JACKSONVILLE, Fla. — Dr. Andi Sharp of Mayo Clinic Jacksonville is a big supporter of breast cancer research not just because of her profession, but also because of her life experience.
“Not only as a physician, but also as someone who’s been challenged with the diagnosis of cancer and been through treatments,” said Sharp.
Back in 2016, she was diagnosed with early-stage breast cancer and had to undergo surgery and six weeks of radiation.
She admits she had her reservations about getting the COVID-19 vaccine at first, so she did what any good doctor would do.
“I’ve done a lot of reading and research and I feel very confident in this vaccine,” Sharp said.
She was one of the first Mayo Clinic staff members in Jacksonville to be vaccinated against COVID-19.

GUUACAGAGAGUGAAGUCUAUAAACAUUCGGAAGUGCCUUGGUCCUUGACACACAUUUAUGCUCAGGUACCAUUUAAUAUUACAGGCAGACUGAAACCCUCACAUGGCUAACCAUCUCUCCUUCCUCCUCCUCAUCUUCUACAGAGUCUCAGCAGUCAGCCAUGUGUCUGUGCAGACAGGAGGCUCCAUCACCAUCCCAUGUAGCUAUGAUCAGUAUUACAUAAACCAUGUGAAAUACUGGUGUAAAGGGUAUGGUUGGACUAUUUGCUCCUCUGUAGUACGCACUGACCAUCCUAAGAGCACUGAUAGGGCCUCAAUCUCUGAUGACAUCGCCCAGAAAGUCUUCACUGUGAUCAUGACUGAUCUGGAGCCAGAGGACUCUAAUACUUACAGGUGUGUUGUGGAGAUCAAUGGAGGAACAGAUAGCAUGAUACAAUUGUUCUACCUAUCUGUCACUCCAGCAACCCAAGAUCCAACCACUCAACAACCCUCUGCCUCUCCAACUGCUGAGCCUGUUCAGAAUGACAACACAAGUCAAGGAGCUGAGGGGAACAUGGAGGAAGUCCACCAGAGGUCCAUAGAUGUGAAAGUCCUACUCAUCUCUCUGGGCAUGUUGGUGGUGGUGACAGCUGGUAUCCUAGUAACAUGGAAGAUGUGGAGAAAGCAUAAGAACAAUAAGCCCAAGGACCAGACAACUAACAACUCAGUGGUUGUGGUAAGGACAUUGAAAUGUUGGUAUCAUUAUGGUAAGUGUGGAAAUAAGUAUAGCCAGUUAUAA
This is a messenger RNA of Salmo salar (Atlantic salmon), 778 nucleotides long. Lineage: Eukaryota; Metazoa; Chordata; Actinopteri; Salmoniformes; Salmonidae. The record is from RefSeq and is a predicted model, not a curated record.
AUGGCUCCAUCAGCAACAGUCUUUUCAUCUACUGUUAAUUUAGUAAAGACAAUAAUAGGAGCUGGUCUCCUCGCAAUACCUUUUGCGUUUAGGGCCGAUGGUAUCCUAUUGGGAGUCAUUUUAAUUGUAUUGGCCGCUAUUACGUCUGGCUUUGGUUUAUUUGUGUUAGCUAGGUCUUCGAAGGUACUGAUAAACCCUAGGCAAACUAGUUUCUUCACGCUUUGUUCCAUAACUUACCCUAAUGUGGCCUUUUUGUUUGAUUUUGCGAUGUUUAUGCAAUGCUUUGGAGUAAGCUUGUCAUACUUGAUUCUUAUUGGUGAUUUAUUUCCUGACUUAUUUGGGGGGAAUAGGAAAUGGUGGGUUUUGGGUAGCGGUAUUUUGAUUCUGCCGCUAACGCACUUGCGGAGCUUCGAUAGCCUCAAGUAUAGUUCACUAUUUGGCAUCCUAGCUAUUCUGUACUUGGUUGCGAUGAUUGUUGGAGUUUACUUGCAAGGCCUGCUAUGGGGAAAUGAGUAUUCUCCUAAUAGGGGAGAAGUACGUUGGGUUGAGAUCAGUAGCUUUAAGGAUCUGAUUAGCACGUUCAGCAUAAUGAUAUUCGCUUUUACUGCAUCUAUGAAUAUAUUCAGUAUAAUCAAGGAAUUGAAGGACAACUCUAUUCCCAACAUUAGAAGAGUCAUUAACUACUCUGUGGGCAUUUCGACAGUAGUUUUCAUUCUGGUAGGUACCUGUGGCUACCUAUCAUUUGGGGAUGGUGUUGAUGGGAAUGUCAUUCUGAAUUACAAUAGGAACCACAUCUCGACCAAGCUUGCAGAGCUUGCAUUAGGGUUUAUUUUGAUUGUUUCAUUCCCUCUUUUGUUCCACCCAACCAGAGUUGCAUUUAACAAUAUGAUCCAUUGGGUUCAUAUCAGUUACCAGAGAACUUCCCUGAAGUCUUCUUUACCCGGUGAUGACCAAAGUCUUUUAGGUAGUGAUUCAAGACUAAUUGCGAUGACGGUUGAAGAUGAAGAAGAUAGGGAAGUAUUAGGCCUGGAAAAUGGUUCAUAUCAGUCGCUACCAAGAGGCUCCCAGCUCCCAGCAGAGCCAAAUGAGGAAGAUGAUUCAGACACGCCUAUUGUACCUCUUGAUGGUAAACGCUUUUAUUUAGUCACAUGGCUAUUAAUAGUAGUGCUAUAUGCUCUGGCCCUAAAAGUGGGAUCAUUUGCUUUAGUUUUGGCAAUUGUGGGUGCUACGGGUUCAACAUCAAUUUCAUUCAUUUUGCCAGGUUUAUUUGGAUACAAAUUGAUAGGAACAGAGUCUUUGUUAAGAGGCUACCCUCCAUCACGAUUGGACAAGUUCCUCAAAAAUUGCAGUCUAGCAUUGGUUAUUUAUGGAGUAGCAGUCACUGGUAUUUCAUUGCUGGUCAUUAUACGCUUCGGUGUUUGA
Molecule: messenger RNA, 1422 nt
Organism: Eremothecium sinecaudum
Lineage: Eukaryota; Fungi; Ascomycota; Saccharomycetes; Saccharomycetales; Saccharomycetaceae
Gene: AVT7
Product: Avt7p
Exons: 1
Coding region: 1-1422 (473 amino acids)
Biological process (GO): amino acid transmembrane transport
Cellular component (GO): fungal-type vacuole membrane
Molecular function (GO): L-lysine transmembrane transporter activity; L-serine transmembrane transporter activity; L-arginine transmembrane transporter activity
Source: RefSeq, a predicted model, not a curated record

The American Cancer Society said people with cancer or a history of cancer can get some vaccines, but it depends on many factors like the type of vaccine, the type of cancer, if you’re still being treated and if your immune system is working properly.
Coronavirus vaccine: County-by-county plan for Northeast Florida, Southeast Georgia
Which is why Sharp said each person’s situation is different.
“I think the most important is that it is a choice, and it should be an educated choice, and a choice in conjunction with your health care provider. So have an open conservation about risks and benefits,” Sharp said.
© 2021 Cox Media Group